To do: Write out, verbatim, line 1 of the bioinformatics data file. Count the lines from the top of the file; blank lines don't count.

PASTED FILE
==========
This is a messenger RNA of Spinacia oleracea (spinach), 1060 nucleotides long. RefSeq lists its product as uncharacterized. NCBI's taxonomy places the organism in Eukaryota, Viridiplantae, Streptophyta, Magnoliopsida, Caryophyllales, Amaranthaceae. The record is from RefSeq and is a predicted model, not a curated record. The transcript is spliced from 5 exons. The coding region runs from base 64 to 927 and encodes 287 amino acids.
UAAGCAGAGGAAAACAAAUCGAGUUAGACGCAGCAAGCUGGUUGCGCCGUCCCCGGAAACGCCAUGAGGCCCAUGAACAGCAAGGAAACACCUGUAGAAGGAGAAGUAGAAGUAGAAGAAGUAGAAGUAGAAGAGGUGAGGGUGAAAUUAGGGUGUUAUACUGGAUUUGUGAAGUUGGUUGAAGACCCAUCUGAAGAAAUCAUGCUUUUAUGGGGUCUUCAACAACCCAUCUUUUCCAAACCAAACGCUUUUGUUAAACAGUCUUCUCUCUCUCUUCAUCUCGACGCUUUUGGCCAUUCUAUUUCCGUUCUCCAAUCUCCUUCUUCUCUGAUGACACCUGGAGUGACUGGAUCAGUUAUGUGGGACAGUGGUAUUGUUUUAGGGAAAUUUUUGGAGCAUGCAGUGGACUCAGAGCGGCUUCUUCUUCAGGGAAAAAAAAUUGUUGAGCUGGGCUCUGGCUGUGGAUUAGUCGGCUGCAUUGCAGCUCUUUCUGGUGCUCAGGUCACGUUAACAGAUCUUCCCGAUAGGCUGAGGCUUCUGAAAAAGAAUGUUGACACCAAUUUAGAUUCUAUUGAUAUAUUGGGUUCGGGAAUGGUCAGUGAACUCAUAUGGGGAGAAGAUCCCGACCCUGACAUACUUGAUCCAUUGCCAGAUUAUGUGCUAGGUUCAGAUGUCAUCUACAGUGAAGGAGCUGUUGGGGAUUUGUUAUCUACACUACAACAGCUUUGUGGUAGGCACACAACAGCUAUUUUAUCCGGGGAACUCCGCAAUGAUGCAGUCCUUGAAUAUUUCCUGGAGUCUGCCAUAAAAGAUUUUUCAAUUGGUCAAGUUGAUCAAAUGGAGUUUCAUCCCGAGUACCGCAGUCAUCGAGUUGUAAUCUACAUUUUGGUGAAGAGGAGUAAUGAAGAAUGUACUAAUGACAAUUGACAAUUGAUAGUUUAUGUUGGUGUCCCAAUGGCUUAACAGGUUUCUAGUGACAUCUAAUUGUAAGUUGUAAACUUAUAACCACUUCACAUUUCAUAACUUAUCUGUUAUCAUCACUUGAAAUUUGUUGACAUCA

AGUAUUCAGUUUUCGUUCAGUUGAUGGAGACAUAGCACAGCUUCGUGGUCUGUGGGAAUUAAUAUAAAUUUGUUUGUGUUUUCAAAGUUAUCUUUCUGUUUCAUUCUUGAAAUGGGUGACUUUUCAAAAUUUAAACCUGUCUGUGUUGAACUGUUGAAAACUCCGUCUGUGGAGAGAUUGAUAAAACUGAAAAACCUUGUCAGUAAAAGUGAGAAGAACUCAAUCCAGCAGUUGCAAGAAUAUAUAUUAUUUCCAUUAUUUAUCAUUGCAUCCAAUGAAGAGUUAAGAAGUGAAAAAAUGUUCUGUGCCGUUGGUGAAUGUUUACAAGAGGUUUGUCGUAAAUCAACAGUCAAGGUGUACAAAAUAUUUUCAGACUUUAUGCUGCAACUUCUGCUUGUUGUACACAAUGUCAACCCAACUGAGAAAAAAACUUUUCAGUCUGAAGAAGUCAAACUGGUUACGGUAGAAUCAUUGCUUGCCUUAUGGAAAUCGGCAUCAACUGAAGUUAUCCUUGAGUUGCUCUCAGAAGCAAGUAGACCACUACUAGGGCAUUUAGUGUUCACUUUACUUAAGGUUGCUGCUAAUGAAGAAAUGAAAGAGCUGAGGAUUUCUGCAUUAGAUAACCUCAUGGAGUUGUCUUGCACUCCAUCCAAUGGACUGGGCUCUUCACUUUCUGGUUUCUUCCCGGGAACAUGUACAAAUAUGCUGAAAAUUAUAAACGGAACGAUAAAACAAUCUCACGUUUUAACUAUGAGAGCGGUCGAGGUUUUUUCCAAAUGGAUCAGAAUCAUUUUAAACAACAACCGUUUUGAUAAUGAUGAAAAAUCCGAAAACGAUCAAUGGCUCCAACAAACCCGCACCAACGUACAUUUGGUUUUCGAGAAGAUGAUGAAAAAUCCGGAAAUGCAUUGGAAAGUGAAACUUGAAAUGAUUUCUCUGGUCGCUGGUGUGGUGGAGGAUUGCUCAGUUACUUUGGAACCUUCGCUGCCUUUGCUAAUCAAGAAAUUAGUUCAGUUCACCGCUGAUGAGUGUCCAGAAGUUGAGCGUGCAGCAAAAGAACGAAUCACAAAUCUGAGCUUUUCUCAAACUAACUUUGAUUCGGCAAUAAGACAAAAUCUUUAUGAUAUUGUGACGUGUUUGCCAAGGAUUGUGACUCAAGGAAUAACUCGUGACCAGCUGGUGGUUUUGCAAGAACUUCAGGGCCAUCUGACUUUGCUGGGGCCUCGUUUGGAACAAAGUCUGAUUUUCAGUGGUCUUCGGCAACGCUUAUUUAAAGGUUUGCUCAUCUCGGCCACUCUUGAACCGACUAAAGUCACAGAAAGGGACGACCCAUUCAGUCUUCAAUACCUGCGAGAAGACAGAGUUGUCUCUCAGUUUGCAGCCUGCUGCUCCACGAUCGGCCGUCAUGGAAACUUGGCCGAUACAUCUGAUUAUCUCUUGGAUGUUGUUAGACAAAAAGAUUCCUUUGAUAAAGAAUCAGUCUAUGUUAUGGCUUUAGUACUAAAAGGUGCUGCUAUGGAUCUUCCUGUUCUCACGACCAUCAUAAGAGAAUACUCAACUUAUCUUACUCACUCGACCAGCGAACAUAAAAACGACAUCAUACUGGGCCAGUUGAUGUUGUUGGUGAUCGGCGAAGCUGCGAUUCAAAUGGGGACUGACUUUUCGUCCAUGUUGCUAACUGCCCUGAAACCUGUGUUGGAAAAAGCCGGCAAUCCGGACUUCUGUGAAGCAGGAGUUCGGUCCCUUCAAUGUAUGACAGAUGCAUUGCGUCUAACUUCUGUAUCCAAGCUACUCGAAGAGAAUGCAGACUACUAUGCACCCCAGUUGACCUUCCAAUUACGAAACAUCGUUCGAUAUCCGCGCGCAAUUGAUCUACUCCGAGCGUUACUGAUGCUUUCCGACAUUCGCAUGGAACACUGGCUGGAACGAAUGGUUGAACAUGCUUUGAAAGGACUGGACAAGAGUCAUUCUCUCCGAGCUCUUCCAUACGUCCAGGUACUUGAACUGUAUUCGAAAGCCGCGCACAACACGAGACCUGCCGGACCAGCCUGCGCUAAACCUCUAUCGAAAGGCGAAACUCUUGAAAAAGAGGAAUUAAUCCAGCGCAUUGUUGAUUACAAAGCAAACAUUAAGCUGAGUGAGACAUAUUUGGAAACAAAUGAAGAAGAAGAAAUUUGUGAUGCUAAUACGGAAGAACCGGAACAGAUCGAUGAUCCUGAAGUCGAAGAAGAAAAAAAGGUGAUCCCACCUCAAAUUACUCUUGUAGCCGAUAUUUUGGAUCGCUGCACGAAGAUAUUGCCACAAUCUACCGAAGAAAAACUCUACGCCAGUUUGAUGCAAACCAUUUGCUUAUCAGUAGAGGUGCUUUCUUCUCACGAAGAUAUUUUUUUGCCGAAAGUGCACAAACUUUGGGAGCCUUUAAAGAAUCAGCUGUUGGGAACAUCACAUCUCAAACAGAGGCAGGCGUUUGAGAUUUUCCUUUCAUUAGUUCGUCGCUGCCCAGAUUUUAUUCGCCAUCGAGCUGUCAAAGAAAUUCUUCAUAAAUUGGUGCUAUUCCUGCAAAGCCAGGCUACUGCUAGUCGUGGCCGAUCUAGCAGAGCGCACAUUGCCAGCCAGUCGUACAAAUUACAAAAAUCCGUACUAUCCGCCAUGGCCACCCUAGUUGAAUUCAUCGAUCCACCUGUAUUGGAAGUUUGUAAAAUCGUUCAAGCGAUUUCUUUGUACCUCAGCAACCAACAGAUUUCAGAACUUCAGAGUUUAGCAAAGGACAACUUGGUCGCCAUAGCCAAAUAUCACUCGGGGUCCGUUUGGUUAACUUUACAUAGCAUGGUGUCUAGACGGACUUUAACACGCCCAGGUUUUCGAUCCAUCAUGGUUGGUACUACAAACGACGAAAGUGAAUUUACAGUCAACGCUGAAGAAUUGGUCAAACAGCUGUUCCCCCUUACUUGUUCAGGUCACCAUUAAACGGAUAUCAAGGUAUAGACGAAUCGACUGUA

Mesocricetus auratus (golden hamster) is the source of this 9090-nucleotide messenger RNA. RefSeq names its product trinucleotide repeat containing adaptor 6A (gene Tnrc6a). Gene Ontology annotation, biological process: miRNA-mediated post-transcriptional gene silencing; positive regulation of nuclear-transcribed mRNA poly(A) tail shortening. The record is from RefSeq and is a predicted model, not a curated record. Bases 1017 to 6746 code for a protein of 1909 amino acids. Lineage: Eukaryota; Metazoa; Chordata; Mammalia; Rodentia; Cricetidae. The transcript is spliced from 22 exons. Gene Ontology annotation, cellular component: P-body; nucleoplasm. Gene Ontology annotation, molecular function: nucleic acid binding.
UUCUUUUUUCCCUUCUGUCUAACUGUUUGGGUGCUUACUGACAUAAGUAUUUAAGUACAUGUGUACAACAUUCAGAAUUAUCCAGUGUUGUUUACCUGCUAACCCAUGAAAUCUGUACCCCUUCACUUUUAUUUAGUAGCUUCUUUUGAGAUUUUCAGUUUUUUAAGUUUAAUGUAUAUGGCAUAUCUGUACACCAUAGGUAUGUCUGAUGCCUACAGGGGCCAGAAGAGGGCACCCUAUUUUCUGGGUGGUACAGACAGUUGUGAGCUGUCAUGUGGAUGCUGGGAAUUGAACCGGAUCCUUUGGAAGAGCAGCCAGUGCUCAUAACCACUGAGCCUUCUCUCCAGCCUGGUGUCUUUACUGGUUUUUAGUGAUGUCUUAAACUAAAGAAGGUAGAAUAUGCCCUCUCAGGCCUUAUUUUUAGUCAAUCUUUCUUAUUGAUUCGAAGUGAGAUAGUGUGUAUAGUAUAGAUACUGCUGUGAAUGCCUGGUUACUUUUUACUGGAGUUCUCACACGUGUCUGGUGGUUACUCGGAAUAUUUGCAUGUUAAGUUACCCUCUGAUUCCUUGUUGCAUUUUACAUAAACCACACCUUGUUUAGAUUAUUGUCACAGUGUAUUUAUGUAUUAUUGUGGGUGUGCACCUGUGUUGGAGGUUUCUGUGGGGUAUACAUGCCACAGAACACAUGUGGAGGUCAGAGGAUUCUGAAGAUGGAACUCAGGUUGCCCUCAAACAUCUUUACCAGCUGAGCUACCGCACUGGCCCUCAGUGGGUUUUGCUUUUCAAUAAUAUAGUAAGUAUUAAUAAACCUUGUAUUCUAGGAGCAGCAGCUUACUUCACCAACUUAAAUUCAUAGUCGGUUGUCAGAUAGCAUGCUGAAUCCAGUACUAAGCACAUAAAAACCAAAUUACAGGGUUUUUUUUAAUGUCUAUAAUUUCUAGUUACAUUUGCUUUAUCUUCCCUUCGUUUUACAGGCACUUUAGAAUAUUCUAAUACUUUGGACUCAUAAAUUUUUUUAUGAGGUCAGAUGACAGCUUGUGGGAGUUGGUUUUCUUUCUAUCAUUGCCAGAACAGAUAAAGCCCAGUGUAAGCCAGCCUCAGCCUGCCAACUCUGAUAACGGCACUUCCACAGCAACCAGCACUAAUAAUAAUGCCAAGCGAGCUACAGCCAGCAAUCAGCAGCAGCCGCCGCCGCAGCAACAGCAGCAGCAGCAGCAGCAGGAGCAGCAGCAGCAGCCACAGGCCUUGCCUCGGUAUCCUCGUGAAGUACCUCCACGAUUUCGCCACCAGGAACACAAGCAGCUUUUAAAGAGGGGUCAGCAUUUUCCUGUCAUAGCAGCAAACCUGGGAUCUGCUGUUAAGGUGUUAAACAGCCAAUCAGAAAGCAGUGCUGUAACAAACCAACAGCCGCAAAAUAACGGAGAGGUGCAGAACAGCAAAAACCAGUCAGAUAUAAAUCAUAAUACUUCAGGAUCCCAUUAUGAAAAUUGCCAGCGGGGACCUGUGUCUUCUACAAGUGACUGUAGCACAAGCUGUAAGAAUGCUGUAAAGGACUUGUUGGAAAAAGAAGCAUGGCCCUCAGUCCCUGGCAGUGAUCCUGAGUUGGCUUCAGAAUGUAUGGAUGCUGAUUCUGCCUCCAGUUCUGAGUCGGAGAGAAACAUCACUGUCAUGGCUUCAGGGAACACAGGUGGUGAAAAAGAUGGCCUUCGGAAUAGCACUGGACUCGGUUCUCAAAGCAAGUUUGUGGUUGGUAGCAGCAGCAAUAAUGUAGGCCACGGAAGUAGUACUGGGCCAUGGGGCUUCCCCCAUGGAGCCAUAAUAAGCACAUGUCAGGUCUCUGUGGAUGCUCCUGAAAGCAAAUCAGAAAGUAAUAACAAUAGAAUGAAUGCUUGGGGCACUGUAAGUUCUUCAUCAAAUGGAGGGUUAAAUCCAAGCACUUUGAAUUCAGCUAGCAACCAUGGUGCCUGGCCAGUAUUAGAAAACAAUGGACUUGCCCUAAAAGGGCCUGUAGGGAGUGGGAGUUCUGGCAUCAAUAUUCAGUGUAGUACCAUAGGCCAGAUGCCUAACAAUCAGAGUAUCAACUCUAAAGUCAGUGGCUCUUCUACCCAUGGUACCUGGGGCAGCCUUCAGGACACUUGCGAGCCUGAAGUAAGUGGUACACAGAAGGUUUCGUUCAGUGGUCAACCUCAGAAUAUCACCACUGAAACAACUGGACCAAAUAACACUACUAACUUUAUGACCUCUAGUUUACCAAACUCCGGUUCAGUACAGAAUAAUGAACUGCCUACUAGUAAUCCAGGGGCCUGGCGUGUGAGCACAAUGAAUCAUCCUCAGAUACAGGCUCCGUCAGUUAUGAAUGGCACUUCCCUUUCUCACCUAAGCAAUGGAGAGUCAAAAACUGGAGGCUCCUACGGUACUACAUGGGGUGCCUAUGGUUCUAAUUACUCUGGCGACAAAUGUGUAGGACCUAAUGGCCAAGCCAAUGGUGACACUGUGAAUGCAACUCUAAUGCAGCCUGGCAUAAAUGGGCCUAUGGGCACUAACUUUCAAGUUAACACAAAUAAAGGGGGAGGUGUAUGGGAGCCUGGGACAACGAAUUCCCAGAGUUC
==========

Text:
This is a messenger RNA of Spinacia oleracea (spinach), 1060 nucleotides long. RefSeq lists its product as uncharacterized. NCBI's taxonomy places the organism in Eukaryota, Viridiplantae, Streptophyta, Magnoliopsida, Caryophyllales, Amaranthaceae. The record is from RefSeq and is a predicted model, not a curated record. The transcript is spliced from 5 exons. The coding region runs from base 64 to 927 and encodes 287 amino acids.